"Michael Genovese’s linear wall reliefs mimic the everyday cracks in pavement, walls and other human structures that surround us; they also serve as traces and indexes of the less tangible fractures around us. His current exhibition at Paris, London, Hong Kong (the new gallery’s second show), “Joliet,” references the city that brands itself the “crossroads of Mid-America” and has historically served as both a railway transportation hub and a site for adult and juvenile prisons. Genovese, originally from Chicago, uses these local associations to his advantage, giving the slick, nickel-plated, mirror-polished steel cracks that crawl across the gallery space more political and historical weight. But the formalisms of the cracks themselves stand alone as repositories for abstract imagery from natural and invented worlds: like stitched seams, imagined lines of constellations, and uncanny growth of strange plant life, they seem filled with forces of gravity and grace, dripping down walls or attempting to scale and branch. The overall effect recalls Charles Ray’s famous declaration about “Hinoki,” on view at the Art Institute of Chicago, that he was trying to “breathe intentionality into” the found rotting log that he copied in a wooden sculpture..." Continue Reading →
The Writing of History
Stratton, Shannon | Joliet | Exhibition Essay
"The marks that are left, the cracks, the fissures are a record whose language we are fluent with only effectively, allowing legibility only through filling the lacuna on either side of these fractures (on their left or right, before or after) with our own collisions.
Genovese’s cracks are nickel plated steel. They crawl the wall like rivulets of ore to be mined, river ways carving up the drywall and heartache, cast and preserved bijoux that gives the room character. They are copies, these cracks, that remember a history that marks another matter, but here cut from their origins, they are meditations. Pauses that are divorced from spectacle and dazzle, yet manage to pay respect or honor (in their heft and their might and subtle shine) the great events, the affairs, the phenomena whose full weight is brought to bear and registered, as fracture. A life lived is inscribed by the cracks and the fissures; the big events are permanently worn and remembered..." Continue Reading →
"Cracks are typically perceived as the break between two parts, or rather the imminent breaking into parts of what was once whole. Lines, on the other hand, stand stalwart in better graces, that which connects two points, and is often the shorter way between disparate things. While it’s been knocked about quite a bit philosophically and ideologically, linear thinking is a point of pride for many, in that it implies a clear succession of points of cause and effect culminating in a empirically supported and useful conclusion. “Cracked” as an adjective, however, is a synonym for crazy, or at least not quite right, crooked, off-kilter. Lines, good, cracks, bad.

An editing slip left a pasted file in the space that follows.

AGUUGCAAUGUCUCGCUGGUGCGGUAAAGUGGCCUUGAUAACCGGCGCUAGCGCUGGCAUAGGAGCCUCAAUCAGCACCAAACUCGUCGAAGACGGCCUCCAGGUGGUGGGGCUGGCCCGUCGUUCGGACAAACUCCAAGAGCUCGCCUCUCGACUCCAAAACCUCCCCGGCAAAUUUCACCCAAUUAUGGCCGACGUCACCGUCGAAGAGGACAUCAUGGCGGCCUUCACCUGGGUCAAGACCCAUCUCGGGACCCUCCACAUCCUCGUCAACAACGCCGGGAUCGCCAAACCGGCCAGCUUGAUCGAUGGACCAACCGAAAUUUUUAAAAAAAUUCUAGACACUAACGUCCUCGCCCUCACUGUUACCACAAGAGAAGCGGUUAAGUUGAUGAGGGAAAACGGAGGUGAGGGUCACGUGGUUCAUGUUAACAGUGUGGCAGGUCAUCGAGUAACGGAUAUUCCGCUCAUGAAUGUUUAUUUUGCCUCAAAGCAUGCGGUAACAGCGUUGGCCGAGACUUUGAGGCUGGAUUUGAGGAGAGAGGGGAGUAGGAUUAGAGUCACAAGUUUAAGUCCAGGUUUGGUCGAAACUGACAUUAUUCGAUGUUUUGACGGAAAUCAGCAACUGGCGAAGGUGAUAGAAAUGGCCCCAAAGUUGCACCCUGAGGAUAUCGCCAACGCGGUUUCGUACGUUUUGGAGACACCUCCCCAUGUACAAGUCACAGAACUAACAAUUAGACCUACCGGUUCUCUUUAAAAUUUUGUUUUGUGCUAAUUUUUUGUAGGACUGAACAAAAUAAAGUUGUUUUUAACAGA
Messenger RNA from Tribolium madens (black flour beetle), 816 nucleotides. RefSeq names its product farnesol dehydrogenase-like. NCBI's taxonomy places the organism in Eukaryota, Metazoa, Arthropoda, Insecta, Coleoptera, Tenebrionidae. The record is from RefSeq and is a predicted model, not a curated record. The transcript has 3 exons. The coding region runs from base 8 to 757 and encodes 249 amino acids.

“Lines and Cracks and Zebras and Horses”: in that grammatical setup, it seems to parallel lines with zebras, cracks with horses. Following the logic above, this would suggest that ‘lines’ are the less empirically likely to be the right theory, while ‘cracks’ the better assumption in similar situations, cracks. This seems a reversible of expectation, combining the common connotations of all these, one would expect to find the zebras in the cracks, and let the horses follow the lines. However, the parallel is not strictly correct; rather than a comma between the couplets, Genovese connects them with the same conjunction, “and,” making them technically a list of equivalent things. Perhaps lines aren’t the best or shortest ways between objects or places, perhaps they separate rather than connect parts. Perhaps cracks show richness formerly hidden, reveal depth where there was only surface, or function as a suture point that holds things together with true delicacy and vulnerability..." Continue Reading →
Spotting cracks in the system
Mizota, Sharon. | Spotting cracks in the system | Los Angeles Times
"Genovese is interested in how lines divide and connect; create distance or communication. His sculptures turn these vectors into objects in their own right, emphasizing the spaces in between rather than on either side. In our increasingly Balkanized political climate, it’s a more than welcome metaphor..." Continue Reading →